The U.S. electric grid highlighted a number of problems facing the nation's electric grid which could result in devastating blackouts and supply shortfalls over the next decade, according to a long-term analysis issued Thursday by a top regulatory authority.
The North American Electric Reliability Corporation (NERC) — a nonprofit organization that regularly monitors the grid and makes periodic recommendations to boost reliability — determined in its annual Long-Term Reliability Assessment (LTRA) report that large swaths of the U.S. are at high or elevated risk of capacity shortfalls. The report noted one major issue facing the grid is that utility companies have retired existing fossil fuel power generation too quickly without ensuring sufficient replacement sources are in place.
"Parts of the North American bulk power system face resource capacity or energy risks as early as the summer of 2023," the report stated.
"Capacity deficits, where they are projected, are largely the result of generator retirements that have yet to be replaced," it continued. "While some areas have sufficient capacity resources, energy limitations and unavailable generation during certain conditions (e.g., low wind, extreme and prolonged cold weather) can result in the inability to serve all firm demand."
The LTRA report stated that California, and large portions of the Midwest and South faced were at a high risk of electricity shortfalls between 2023 and 2027, meaning those regions could experience blackouts at normal peak conditions. Texas, the Northeast and West are at an elevated risk, meaning they could experience blackouts during extreme conditions.
In addition to early retirements, the assessment concluded that American grid systems are vulnerable to extreme weather events and is not fully prepared for and expansion of electrification of transportation, space heating and other sectors that could result in higher electricity demand.
While NERC is supportive of transitioning the grid to cleaner sources of energy like wind and solar, the group warned that failing to properly execute the transition could result in significant reliability declines across the country.
"Two major concepts that came out of our report this year are about the transformation and being able to manage the pace of transition in an orderly way and that making sure new resources, when they are replacing retired generation, provide sufficient energy but also essential reliability services," John Moura, NERC's director of reliability assessment and performance analysis, told reporters on a media call Thursday.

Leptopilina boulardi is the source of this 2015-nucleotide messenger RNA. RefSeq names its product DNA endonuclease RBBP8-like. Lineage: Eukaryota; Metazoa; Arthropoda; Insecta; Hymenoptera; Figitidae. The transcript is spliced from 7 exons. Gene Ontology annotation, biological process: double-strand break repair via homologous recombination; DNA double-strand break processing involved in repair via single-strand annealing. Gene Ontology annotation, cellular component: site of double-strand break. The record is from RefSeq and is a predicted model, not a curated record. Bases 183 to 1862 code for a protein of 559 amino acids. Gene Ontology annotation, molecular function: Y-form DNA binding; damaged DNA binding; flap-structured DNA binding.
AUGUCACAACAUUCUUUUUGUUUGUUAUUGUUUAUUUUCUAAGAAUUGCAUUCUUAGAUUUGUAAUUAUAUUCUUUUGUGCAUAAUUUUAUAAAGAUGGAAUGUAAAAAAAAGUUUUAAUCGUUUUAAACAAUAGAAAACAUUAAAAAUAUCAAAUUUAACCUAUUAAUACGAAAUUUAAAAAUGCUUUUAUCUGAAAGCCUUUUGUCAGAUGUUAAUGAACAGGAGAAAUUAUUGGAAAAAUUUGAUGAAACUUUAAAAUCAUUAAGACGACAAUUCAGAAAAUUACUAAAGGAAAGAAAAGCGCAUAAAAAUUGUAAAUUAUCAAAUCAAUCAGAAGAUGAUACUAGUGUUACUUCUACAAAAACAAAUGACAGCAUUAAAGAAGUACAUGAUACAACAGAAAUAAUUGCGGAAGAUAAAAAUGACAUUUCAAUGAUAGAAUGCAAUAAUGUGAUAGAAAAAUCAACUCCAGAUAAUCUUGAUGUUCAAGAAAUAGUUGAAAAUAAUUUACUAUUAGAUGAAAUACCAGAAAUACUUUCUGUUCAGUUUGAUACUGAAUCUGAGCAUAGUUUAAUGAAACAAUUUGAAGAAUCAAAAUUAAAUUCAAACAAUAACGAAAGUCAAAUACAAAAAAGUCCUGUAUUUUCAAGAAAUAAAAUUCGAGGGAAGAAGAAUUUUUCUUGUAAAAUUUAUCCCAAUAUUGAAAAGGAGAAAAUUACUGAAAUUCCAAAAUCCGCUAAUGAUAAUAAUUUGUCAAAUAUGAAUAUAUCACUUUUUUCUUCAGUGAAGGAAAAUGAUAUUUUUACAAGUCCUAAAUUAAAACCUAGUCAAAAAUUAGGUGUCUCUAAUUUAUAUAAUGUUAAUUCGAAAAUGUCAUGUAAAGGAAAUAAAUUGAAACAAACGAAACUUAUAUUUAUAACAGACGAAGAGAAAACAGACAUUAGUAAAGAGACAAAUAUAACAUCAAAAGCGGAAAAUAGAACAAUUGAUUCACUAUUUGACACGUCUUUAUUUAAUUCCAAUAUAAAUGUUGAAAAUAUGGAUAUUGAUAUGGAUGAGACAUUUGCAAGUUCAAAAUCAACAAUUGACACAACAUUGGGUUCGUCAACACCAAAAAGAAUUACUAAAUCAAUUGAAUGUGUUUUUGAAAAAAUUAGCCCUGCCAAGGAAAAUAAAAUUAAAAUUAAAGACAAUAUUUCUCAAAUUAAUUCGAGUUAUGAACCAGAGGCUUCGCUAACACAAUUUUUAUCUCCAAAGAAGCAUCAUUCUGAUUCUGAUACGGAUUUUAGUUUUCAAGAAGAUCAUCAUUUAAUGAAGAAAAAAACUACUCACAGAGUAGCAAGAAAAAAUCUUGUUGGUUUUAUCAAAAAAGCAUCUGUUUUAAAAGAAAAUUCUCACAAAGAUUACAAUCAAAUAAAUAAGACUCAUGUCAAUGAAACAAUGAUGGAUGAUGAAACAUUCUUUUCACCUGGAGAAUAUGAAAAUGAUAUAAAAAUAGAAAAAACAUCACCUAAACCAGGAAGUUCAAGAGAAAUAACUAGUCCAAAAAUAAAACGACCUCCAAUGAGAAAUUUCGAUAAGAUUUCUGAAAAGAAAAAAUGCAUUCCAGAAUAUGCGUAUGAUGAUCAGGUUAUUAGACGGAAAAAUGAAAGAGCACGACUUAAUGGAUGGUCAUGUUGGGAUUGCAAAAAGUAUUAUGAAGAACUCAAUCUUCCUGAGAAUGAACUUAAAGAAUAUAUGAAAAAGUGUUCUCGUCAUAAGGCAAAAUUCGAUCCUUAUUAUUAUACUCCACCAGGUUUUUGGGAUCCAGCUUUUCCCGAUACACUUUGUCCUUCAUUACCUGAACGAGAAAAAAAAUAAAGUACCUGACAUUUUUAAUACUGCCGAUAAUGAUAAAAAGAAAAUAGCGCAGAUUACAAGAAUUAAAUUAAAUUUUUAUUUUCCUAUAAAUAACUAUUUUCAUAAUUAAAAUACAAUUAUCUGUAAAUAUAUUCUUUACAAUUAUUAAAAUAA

"In other words, we need to manage the pace of the changing resource mixture to make sure we are adequately planning and operating the bulk power system," he added.
In one example of future shortfalls, the LTRA report highlighted how the region managed Midcontinent Independent System Operator, which oversees much of the Midwest, will face grid problems since natural gas and coal generation retirements are forecasted to far outpace green energy development.
In another example, NERC concluded that a lack of natural gas pipeline transportation in New England could create supply shortfalls in coming years.
And the report also warned that California's pace of energy generation retirements could result in further problems.
"There's an additional 22 gigawatts of generation that could retire in the next five years and, in many cases, that could exacerbate the capacity and energy shortfall risks," Mark Olson, NERC's manager of reliability assessments, told reporters Thursday.
"This really stresses the need for having robust planning processes that can manage the pace of retirements and prevent risk and ensure that we preserve system reliability and essential reliability services that maintain frequency and stability of the system," Olson said.
Meanwhile, federal and state lawmakers have pushed policies which would transform the grid from one reliant mainly on fossil fuels like natural gas and coal to one more dependent on clean energy like wind and solar energy. At the same time, lawmakers have also supported an expansion of electric vehicles which would increase demand on the grid.
However, experts have warned that rushing such a transition could lead to devastating impacts on consumers.
"The Biden administration, from the get-go, has pursued policies to move aggressively away from fossil fuel generation," former Federal Energy Regulatory Commission Chairman Neil Chatterjee previously told Fox News Digital.
"I'm someone who is excited about the energy transition and believes there are great benefits to Americans from the energy transition, but there are certain folks within the administration who want to skip the transition part of the energy transition, and move dramatically away the necessary generation that we need."